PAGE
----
As the political jostling over Department of Energy loan guarantees to clean energy companies continues, the hypocrisy keeps getting worse.
The latest is from Republican Pennsylvania Senator Pat Toomey, who co-wrote a letter to the Inspector General on Monday urging him to investigate a conditional commitment for a $730 million loan guarantee to a high-strength steel producer under the DOE’s Advanced Technology Vehicle Manufacturing program.
His argument? That this high-strength, lightweight steel technology is too mature to need subsidies:
“Given the tremendous fiscal crisis that we find ourselves in today, it does not seem appropriate for the program to subsidize technologies that have already achieved commercial success through private-sector means.”
That’s quite a noble fiscal mission. However, this is coming from a Senator who has repeatedly voted to maintain tax breaks to the most profitable and commercially successful oil and gas companies in the world.
In the first three quarters of 2011 alone, the top five oil companies have brought in a staggering $101 billion in profits. But Senator Toomey, who says he’s against funding companies that have “achieved commercial success” due to the “tremendous fiscal crisis” has voted against repealing $21 billion in tax breaks over 10 years that could be used to close the deficit or fund clean energy.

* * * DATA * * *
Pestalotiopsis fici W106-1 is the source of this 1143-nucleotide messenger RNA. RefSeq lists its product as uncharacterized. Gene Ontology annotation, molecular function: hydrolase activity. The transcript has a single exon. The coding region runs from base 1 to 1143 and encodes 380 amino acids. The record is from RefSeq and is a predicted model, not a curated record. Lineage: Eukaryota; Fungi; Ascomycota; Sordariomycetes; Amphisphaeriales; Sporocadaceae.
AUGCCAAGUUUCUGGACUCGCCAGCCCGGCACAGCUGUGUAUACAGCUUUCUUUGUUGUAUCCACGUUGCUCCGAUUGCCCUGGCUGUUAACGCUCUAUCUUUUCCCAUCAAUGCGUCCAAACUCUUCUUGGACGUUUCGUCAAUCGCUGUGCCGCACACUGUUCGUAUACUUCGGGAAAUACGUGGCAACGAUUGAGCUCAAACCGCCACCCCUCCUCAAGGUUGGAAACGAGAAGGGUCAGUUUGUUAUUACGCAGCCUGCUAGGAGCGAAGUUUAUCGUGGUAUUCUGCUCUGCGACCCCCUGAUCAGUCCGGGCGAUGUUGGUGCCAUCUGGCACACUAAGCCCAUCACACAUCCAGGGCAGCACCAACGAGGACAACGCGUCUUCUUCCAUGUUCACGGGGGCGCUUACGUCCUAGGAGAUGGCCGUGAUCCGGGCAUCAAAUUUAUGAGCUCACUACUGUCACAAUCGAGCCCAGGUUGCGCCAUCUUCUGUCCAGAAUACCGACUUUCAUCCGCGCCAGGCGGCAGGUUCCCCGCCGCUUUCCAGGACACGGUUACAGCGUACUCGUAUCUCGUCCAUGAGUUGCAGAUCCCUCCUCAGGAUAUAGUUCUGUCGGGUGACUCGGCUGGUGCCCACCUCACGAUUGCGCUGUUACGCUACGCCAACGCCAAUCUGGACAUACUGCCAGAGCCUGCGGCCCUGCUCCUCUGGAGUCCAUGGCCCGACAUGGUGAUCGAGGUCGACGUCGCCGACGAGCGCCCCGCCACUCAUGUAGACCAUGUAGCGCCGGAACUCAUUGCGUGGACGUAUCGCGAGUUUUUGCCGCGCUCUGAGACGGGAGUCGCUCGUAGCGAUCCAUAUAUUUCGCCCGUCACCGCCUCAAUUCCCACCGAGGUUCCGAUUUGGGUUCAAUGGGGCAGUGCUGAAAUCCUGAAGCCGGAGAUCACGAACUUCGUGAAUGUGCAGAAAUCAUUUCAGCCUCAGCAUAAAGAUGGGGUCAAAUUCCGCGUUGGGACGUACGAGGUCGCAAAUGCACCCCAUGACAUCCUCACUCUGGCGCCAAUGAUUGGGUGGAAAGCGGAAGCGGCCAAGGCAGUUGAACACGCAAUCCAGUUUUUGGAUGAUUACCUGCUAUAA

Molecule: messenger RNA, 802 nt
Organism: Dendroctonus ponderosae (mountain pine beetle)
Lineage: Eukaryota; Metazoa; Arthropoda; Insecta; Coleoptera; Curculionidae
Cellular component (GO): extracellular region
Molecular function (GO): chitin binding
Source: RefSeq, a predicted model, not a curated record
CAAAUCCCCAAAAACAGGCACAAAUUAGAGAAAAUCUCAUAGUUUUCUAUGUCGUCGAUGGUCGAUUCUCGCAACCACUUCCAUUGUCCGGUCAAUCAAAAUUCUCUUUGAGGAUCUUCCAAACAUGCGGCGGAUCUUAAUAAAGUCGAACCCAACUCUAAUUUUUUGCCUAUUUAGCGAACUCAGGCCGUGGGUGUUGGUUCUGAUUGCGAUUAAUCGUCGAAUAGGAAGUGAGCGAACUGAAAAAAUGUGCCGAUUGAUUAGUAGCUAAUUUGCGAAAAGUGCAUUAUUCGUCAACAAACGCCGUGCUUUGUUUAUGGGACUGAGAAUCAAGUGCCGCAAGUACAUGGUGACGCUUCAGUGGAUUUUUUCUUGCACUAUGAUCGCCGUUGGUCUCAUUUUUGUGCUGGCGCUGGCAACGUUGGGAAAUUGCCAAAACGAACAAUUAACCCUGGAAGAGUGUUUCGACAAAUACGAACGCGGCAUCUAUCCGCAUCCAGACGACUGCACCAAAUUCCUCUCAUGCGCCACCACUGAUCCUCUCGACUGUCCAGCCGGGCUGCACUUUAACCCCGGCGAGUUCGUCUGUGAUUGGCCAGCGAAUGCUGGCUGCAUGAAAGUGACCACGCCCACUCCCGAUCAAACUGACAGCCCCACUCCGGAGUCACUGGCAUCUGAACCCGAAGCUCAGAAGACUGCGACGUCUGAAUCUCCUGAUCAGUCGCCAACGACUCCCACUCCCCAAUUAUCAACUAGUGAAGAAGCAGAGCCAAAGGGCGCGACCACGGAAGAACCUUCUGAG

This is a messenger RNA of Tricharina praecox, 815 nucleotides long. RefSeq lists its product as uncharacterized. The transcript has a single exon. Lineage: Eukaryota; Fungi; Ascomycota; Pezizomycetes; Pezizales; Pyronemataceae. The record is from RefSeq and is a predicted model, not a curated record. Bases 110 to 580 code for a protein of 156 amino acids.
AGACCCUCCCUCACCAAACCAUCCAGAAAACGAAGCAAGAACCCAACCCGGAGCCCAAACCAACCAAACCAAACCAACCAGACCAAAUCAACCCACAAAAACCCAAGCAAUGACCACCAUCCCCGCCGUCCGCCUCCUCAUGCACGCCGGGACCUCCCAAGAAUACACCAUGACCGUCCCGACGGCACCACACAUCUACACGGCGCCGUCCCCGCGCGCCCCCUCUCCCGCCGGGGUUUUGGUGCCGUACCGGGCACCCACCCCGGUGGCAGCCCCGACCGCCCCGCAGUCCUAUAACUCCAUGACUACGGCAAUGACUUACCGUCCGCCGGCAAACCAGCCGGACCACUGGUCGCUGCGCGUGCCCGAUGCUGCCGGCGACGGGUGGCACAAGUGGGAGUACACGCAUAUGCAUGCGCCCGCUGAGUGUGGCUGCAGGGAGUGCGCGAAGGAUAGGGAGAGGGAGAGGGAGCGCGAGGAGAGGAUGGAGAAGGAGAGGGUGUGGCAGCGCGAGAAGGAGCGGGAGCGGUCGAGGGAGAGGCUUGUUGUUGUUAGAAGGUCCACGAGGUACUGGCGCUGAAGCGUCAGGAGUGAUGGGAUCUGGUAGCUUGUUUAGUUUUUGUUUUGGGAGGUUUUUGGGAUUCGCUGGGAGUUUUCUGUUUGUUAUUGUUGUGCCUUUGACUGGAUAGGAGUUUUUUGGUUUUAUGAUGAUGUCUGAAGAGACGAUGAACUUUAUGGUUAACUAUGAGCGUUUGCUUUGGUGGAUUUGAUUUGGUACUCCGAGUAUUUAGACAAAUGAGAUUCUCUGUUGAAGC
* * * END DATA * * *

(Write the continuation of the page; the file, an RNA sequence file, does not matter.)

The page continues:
In fact, Senator Toomey’s record has been so consistent, the American Petroleum Institute just issued a new ad praising him on his record:
Toomey isn’t alone in having an odd stance on subsidies. Last month, Florida Republican Congressman Cliff Stearns explained to Climate Progress that “when somebody is successful, then you give them subsidies.”
As Republican members of Congress continue to push this mind-bending logic on how subsides should work, 62 others — many of whom have been critical of government investments in clean energy after the Solyndra bankruptcy — have requested money from the Department of Energy to fund clean energy projects in their districts.
Toomey’s co-signer to the letter, Indiana Republican Senator Dan Coats, has at least entertained the idea of rolling back oil tax breaks to reduce the deficit.
When it comes to questioning the loan guarantee, their concerns are not completely unfounded. Although the market for high-strength steel is expected to grow substantially with the increase in advanced automobile manufacturing, there is debate about whether this particular loan guarantee was instrumental in helping build new facilities, or if expansion would have happened without government backing. That is a legitimate question to be asking.
But it’s far different to blast a potential $730 million loan guarantee (one that is designed to create a whole new supply chain for a whole new innovative industry) in the name of fiscal responsibility, and then turn around and support tens of billions in tax breaks to the most profitable companies on the planet.